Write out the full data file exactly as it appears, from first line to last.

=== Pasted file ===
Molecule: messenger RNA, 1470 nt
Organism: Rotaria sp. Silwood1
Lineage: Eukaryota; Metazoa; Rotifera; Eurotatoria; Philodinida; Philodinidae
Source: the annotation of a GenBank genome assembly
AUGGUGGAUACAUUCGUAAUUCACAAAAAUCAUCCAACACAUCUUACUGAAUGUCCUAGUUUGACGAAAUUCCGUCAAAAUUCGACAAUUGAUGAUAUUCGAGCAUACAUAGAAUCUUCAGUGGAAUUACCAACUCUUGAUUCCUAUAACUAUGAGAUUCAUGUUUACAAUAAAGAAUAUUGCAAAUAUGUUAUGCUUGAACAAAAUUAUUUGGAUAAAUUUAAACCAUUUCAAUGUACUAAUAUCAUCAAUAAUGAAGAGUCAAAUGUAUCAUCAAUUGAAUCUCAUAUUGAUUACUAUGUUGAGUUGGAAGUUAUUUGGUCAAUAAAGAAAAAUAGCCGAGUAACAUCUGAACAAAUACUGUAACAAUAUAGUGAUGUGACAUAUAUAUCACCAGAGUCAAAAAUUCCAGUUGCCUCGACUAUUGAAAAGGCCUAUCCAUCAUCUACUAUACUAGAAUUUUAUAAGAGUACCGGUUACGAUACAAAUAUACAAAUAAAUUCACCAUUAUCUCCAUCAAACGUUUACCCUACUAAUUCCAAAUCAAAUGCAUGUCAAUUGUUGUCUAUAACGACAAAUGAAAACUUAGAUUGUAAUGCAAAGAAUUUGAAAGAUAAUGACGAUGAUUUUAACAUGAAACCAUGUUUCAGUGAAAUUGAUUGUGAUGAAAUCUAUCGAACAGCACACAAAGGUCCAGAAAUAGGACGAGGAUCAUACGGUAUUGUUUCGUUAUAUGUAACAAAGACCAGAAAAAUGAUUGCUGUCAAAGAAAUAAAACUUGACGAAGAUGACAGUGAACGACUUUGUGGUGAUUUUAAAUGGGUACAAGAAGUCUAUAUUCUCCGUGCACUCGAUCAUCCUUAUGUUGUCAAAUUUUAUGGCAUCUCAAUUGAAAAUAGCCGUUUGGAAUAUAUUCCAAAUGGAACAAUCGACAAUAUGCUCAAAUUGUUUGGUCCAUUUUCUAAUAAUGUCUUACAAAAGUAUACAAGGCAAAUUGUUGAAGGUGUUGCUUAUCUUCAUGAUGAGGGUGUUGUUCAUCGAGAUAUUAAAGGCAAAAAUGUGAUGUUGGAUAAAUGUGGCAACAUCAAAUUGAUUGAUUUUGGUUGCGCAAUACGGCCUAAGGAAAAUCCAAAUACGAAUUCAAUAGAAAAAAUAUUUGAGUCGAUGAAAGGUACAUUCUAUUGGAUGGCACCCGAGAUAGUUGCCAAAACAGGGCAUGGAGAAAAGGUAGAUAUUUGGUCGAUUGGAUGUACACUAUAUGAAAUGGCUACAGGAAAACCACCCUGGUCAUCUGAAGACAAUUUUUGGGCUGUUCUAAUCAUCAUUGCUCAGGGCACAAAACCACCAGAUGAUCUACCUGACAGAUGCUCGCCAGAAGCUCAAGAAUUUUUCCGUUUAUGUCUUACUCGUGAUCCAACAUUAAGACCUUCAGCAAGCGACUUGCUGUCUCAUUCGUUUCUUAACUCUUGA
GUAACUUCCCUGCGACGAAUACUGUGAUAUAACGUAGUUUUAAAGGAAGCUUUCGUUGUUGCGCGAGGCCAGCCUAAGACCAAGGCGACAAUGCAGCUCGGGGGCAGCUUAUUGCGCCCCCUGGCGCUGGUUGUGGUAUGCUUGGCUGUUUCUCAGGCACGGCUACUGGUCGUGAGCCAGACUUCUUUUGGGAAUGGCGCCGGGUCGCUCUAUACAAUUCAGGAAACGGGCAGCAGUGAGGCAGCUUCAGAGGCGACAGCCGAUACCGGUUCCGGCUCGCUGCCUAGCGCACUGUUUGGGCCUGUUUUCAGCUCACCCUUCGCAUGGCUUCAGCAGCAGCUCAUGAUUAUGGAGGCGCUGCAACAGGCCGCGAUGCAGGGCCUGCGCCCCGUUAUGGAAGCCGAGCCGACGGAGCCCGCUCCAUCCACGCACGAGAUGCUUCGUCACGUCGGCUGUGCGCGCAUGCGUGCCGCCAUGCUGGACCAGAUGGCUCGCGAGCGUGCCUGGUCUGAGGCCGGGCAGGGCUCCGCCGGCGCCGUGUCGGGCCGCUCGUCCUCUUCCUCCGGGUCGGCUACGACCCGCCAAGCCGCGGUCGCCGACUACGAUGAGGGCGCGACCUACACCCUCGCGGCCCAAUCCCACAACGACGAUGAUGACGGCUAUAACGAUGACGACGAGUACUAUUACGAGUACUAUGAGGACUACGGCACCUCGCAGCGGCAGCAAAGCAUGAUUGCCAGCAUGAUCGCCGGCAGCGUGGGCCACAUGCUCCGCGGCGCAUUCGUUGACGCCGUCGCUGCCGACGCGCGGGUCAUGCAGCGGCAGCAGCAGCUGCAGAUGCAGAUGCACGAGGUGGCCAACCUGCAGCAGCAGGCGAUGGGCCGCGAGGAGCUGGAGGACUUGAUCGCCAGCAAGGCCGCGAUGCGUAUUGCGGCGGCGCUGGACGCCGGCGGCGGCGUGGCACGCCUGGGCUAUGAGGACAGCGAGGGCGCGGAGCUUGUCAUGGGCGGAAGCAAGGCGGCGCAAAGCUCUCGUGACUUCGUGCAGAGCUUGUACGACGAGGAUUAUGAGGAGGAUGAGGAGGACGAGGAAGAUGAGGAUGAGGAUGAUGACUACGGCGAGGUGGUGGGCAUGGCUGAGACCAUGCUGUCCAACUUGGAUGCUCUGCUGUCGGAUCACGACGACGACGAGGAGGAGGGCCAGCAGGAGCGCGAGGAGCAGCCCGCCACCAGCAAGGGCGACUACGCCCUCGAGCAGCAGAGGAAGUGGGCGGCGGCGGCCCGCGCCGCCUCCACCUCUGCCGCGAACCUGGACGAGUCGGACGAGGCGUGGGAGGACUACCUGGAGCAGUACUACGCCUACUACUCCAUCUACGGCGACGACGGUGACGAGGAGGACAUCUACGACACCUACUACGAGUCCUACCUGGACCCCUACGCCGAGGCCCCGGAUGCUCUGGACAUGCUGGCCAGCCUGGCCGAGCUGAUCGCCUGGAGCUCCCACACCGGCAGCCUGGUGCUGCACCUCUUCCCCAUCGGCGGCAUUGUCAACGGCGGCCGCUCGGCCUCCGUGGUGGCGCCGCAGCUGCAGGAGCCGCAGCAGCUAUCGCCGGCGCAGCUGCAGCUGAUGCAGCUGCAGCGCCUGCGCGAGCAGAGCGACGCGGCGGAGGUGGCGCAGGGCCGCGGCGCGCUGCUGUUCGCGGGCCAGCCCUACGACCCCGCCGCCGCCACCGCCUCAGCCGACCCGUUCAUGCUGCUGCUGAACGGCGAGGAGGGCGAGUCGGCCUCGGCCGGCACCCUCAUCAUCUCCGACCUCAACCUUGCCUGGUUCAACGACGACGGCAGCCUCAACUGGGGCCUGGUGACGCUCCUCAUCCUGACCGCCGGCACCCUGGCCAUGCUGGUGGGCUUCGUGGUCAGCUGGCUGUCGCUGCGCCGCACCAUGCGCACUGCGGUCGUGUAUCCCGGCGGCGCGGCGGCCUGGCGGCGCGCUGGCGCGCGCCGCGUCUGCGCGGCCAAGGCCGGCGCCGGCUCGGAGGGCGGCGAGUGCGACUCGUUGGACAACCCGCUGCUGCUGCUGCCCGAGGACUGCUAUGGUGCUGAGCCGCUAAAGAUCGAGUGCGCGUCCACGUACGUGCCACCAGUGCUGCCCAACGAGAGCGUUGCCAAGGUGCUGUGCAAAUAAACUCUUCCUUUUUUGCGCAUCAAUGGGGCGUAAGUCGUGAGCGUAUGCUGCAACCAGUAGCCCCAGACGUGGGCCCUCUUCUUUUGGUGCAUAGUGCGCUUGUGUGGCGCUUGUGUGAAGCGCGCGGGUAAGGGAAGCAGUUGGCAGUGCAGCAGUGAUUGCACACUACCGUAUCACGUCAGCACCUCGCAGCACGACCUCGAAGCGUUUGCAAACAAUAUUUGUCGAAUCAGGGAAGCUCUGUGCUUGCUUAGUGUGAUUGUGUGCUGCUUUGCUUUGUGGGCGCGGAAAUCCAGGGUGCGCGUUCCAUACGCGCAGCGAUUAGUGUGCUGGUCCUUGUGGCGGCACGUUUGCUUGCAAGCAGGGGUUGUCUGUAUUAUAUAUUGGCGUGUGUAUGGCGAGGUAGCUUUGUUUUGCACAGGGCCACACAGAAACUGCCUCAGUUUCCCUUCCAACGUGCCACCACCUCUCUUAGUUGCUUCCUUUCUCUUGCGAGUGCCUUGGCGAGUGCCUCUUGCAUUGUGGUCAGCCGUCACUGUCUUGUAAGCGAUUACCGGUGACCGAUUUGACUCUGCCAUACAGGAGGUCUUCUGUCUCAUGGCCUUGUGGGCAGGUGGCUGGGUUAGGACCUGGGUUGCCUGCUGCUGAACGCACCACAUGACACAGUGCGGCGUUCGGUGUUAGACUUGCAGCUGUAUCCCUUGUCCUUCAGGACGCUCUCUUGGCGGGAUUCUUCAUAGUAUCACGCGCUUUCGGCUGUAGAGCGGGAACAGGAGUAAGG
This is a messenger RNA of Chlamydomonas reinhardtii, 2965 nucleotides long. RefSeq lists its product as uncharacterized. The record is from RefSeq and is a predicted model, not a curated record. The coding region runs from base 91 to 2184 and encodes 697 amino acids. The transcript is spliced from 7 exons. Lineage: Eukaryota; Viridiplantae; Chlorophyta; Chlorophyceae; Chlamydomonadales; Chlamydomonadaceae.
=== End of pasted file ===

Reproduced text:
Molecule: messenger RNA, 1470 nt
Organism: Rotaria sp. Silwood1
Lineage: Eukaryota; Metazoa; Rotifera; Eurotatoria; Philodinida; Philodinidae
Source: the annotation of a GenBank genome assembly
AUGGUGGAUACAUUCGUAAUUCACAAAAAUCAUCCAACACAUCUUACUGAAUGUCCUAGUUUGACGAAAUUCCGUCAAAAUUCGACAAUUGAUGAUAUUCGAGCAUACAUAGAAUCUUCAGUGGAAUUACCAACUCUUGAUUCCUAUAACUAUGAGAUUCAUGUUUACAAUAAAGAAUAUUGCAAAUAUGUUAUGCUUGAACAAAAUUAUUUGGAUAAAUUUAAACCAUUUCAAUGUACUAAUAUCAUCAAUAAUGAAGAGUCAAAUGUAUCAUCAAUUGAAUCUCAUAUUGAUUACUAUGUUGAGUUGGAAGUUAUUUGGUCAAUAAAGAAAAAUAGCCGAGUAACAUCUGAACAAAUACUGUAACAAUAUAGUGAUGUGACAUAUAUAUCACCAGAGUCAAAAAUUCCAGUUGCCUCGACUAUUGAAAAGGCCUAUCCAUCAUCUACUAUACUAGAAUUUUAUAAGAGUACCGGUUACGAUACAAAUAUACAAAUAAAUUCACCAUUAUCUCCAUCAAACGUUUACCCUACUAAUUCCAAAUCAAAUGCAUGUCAAUUGUUGUCUAUAACGACAAAUGAAAACUUAGAUUGUAAUGCAAAGAAUUUGAAAGAUAAUGACGAUGAUUUUAACAUGAAACCAUGUUUCAGUGAAAUUGAUUGUGAUGAAAUCUAUCGAACAGCACACAAAGGUCCAGAAAUAGGACGAGGAUCAUACGGUAUUGUUUCGUUAUAUGUAACAAAGACCAGAAAAAUGAUUGCUGUCAAAGAAAUAAAACUUGACGAAGAUGACAGUGAACGACUUUGUGGUGAUUUUAAAUGGGUACAAGAAGUCUAUAUUCUCCGUGCACUCGAUCAUCCUUAUGUUGUCAAAUUUUAUGGCAUCUCAAUUGAAAAUAGCCGUUUGGAAUAUAUUCCAAAUGGAACAAUCGACAAUAUGCUCAAAUUGUUUGGUCCAUUUUCUAAUAAUGUCUUACAAAAGUAUACAAGGCAAAUUGUUGAAGGUGUUGCUUAUCUUCAUGAUGAGGGUGUUGUUCAUCGAGAUAUUAAAGGCAAAAAUGUGAUGUUGGAUAAAUGUGGCAACAUCAAAUUGAUUGAUUUUGGUUGCGCAAUACGGCCUAAGGAAAAUCCAAAUACGAAUUCAAUAGAAAAAAUAUUUGAGUCGAUGAAAGGUACAUUCUAUUGGAUGGCACCCGAGAUAGUUGCCAAAACAGGGCAUGGAGAAAAGGUAGAUAUUUGGUCGAUUGGAUGUACACUAUAUGAAAUGGCUACAGGAAAACCACCCUGGUCAUCUGAAGACAAUUUUUGGGCUGUUCUAAUCAUCAUUGCUCAGGGCACAAAACCACCAGAUGAUCUACCUGACAGAUGCUCGCCAGAAGCUCAAGAAUUUUUCCGUUUAUGUCUUACUCGUGAUCCAACAUUAAGACCUUCAGCAAGCGACUUGCUGUCUCAUUCGUUUCUUAACUCUUGA
GUAACUUCCCUGCGACGAAUACUGUGAUAUAACGUAGUUUUAAAGGAAGCUUUCGUUGUUGCGCGAGGCCAGCCUAAGACCAAGGCGACAAUGCAGCUCGGGGGCAGCUUAUUGCGCCCCCUGGCGCUGGUUGUGGUAUGCUUGGCUGUUUCUCAGGCACGGCUACUGGUCGUGAGCCAGACUUCUUUUGGGAAUGGCGCCGGGUCGCUCUAUACAAUUCAGGAAACGGGCAGCAGUGAGGCAGCUUCAGAGGCGACAGCCGAUACCGGUUCCGGCUCGCUGCCUAGCGCACUGUUUGGGCCUGUUUUCAGCUCACCCUUCGCAUGGCUUCAGCAGCAGCUCAUGAUUAUGGAGGCGCUGCAACAGGCCGCGAUGCAGGGCCUGCGCCCCGUUAUGGAAGCCGAGCCGACGGAGCCCGCUCCAUCCACGCACGAGAUGCUUCGUCACGUCGGCUGUGCGCGCAUGCGUGCCGCCAUGCUGGACCAGAUGGCUCGCGAGCGUGCCUGGUCUGAGGCCGGGCAGGGCUCCGCCGGCGCCGUGUCGGGCCGCUCGUCCUCUUCCUCCGGGUCGGCUACGACCCGCCAAGCCGCGGUCGCCGACUACGAUGAGGGCGCGACCUACACCCUCGCGGCCCAAUCCCACAACGACGAUGAUGACGGCUAUAACGAUGACGACGAGUACUAUUACGAGUACUAUGAGGACUACGGCACCUCGCAGCGGCAGCAAAGCAUGAUUGCCAGCAUGAUCGCCGGCAGCGUGGGCCACAUGCUCCGCGGCGCAUUCGUUGACGCCGUCGCUGCCGACGCGCGGGUCAUGCAGCGGCAGCAGCAGCUGCAGAUGCAGAUGCACGAGGUGGCCAACCUGCAGCAGCAGGCGAUGGGCCGCGAGGAGCUGGAGGACUUGAUCGCCAGCAAGGCCGCGAUGCGUAUUGCGGCGGCGCUGGACGCCGGCGGCGGCGUGGCACGCCUGGGCUAUGAGGACAGCGAGGGCGCGGAGCUUGUCAUGGGCGGAAGCAAGGCGGCGCAAAGCUCUCGUGACUUCGUGCAGAGCUUGUACGACGAGGAUUAUGAGGAGGAUGAGGAGGACGAGGAAGAUGAGGAUGAGGAUGAUGACUACGGCGAGGUGGUGGGCAUGGCUGAGACCAUGCUGUCCAACUUGGAUGCUCUGCUGUCGGAUCACGACGACGACGAGGAGGAGGGCCAGCAGGAGCGCGAGGAGCAGCCCGCCACCAGCAAGGGCGACUACGCCCUCGAGCAGCAGAGGAAGUGGGCGGCGGCGGCCCGCGCCGCCUCCACCUCUGCCGCGAACCUGGACGAGUCGGACGAGGCGUGGGAGGACUACCUGGAGCAGUACUACGCCUACUACUCCAUCUACGGCGACGACGGUGACGAGGAGGACAUCUACGACACCUACUACGAGUCCUACCUGGACCCCUACGCCGAGGCCCCGGAUGCUCUGGACAUGCUGGCCAGCCUGGCCGAGCUGAUCGCCUGGAGCUCCCACACCGGCAGCCUGGUGCUGCACCUCUUCCCCAUCGGCGGCAUUGUCAACGGCGGCCGCUCGGCCUCCGUGGUGGCGCCGCAGCUGCAGGAGCCGCAGCAGCUAUCGCCGGCGCAGCUGCAGCUGAUGCAGCUGCAGCGCCUGCGCGAGCAGAGCGACGCGGCGGAGGUGGCGCAGGGCCGCGGCGCGCUGCUGUUCGCGGGCCAGCCCUACGACCCCGCCGCCGCCACCGCCUCAGCCGACCCGUUCAUGCUGCUGCUGAACGGCGAGGAGGGCGAGUCGGCCUCGGCCGGCACCCUCAUCAUCUCCGACCUCAACCUUGCCUGGUUCAACGACGACGGCAGCCUCAACUGGGGCCUGGUGACGCUCCUCAUCCUGACCGCCGGCACCCUGGCCAUGCUGGUGGGCUUCGUGGUCAGCUGGCUGUCGCUGCGCCGCACCAUGCGCACUGCGGUCGUGUAUCCCGGCGGCGCGGCGGCCUGGCGGCGCGCUGGCGCGCGCCGCGUCUGCGCGGCCAAGGCCGGCGCCGGCUCGGAGGGCGGCGAGUGCGACUCGUUGGACAACCCGCUGCUGCUGCUGCCCGAGGACUGCUAUGGUGCUGAGCCGCUAAAGAUCGAGUGCGCGUCCACGUACGUGCCACCAGUGCUGCCCAACGAGAGCGUUGCCAAGGUGCUGUGCAAAUAAACUCUUCCUUUUUUGCGCAUCAAUGGGGCGUAAGUCGUGAGCGUAUGCUGCAACCAGUAGCCCCAGACGUGGGCCCUCUUCUUUUGGUGCAUAGUGCGCUUGUGUGGCGCUUGUGUGAAGCGCGCGGGUAAGGGAAGCAGUUGGCAGUGCAGCAGUGAUUGCACACUACCGUAUCACGUCAGCACCUCGCAGCACGACCUCGAAGCGUUUGCAAACAAUAUUUGUCGAAUCAGGGAAGCUCUGUGCUUGCUUAGUGUGAUUGUGUGCUGCUUUGCUUUGUGGGCGCGGAAAUCCAGGGUGCGCGUUCCAUACGCGCAGCGAUUAGUGUGCUGGUCCUUGUGGCGGCACGUUUGCUUGCAAGCAGGGGUUGUCUGUAUUAUAUAUUGGCGUGUGUAUGGCGAGGUAGCUUUGUUUUGCACAGGGCCACACAGAAACUGCCUCAGUUUCCCUUCCAACGUGCCACCACCUCUCUUAGUUGCUUCCUUUCUCUUGCGAGUGCCUUGGCGAGUGCCUCUUGCAUUGUGGUCAGCCGUCACUGUCUUGUAAGCGAUUACCGGUGACCGAUUUGACUCUGCCAUACAGGAGGUCUUCUGUCUCAUGGCCUUGUGGGCAGGUGGCUGGGUUAGGACCUGGGUUGCCUGCUGCUGAACGCACCACAUGACACAGUGCGGCGUUCGGUGUUAGACUUGCAGCUGUAUCCCUUGUCCUUCAGGACGCUCUCUUGGCGGGAUUCUUCAUAGUAUCACGCGCUUUCGGCUGUAGAGCGGGAACAGGAGUAAGG
This is a messenger RNA of Chlamydomonas reinhardtii, 2965 nucleotides long. RefSeq lists its product as uncharacterized. The record is from RefSeq and is a predicted model, not a curated record. The coding region runs from base 91 to 2184 and encodes 697 amino acids. The transcript is spliced from 7 exons. Lineage: Eukaryota; Viridiplantae; Chlorophyta; Chlorophyceae; Chlamydomonadales; Chlamydomonadaceae.